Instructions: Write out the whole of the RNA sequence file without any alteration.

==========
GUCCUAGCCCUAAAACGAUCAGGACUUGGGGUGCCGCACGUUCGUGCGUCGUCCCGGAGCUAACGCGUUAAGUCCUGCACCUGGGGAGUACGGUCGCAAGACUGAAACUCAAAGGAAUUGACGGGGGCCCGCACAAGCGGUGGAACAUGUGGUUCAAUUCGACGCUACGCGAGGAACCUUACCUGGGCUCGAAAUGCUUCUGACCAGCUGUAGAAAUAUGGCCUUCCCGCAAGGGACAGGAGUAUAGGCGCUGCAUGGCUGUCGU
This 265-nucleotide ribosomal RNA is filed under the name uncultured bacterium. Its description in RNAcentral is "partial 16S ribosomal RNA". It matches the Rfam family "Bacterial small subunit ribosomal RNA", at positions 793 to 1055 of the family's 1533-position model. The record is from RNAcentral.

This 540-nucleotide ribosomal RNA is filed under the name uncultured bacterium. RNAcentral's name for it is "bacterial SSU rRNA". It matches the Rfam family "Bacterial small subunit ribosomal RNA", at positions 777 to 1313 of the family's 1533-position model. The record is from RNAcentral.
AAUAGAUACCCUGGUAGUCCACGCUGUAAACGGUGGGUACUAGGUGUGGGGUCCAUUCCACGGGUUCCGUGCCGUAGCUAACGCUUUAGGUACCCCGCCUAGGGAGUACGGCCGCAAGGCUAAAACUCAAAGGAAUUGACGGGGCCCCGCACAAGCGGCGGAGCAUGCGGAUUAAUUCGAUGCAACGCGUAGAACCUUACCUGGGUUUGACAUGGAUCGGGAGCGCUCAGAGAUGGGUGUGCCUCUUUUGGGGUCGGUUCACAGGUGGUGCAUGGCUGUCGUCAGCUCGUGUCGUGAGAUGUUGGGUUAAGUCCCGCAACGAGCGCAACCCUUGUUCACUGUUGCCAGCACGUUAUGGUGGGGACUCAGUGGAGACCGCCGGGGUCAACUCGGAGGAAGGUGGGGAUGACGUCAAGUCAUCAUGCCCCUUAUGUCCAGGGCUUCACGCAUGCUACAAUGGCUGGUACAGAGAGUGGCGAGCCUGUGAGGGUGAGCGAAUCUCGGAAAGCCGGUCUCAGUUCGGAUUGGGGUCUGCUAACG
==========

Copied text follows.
GUCCUAGCCCUAAAACGAUCAGGACUUGGGGUGCCGCACGUUCGUGCGUCGUCCCGGAGCUAACGCGUUAAGUCCUGCACCUGGGGAGUACGGUCGCAAGACUGAAACUCAAAGGAAUUGACGGGGGCCCGCACAAGCGGUGGAACAUGUGGUUCAAUUCGACGCUACGCGAGGAACCUUACCUGGGCUCGAAAUGCUUCUGACCAGCUGUAGAAAUAUGGCCUUCCCGCAAGGGACAGGAGUAUAGGCGCUGCAUGGCUGUCGU
This 265-nucleotide ribosomal RNA is filed under the name uncultured bacterium. Its description in RNAcentral is "partial 16S ribosomal RNA". It matches the Rfam family "Bacterial small subunit ribosomal RNA", at positions 793 to 1055 of the family's 1533-position model. The record is from RNAcentral.

This 540-nucleotide ribosomal RNA is filed under the name uncultured bacterium. RNAcentral's name for it is "bacterial SSU rRNA". It matches the Rfam family "Bacterial small subunit ribosomal RNA", at positions 777 to 1313 of the family's 1533-position model. The record is from RNAcentral.
AAUAGAUACCCUGGUAGUCCACGCUGUAAACGGUGGGUACUAGGUGUGGGGUCCAUUCCACGGGUUCCGUGCCGUAGCUAACGCUUUAGGUACCCCGCCUAGGGAGUACGGCCGCAAGGCUAAAACUCAAAGGAAUUGACGGGGCCCCGCACAAGCGGCGGAGCAUGCGGAUUAAUUCGAUGCAACGCGUAGAACCUUACCUGGGUUUGACAUGGAUCGGGAGCGCUCAGAGAUGGGUGUGCCUCUUUUGGGGUCGGUUCACAGGUGGUGCAUGGCUGUCGUCAGCUCGUGUCGUGAGAUGUUGGGUUAAGUCCCGCAACGAGCGCAACCCUUGUUCACUGUUGCCAGCACGUUAUGGUGGGGACUCAGUGGAGACCGCCGGGGUCAACUCGGAGGAAGGUGGGGAUGACGUCAAGUCAUCAUGCCCCUUAUGUCCAGGGCUUCACGCAUGCUACAAUGGCUGGUACAGAGAGUGGCGAGCCUGUGAGGGUGAGCGAAUCUCGGAAAGCCGGUCUCAGUUCGGAUUGGGGUCUGCUAACG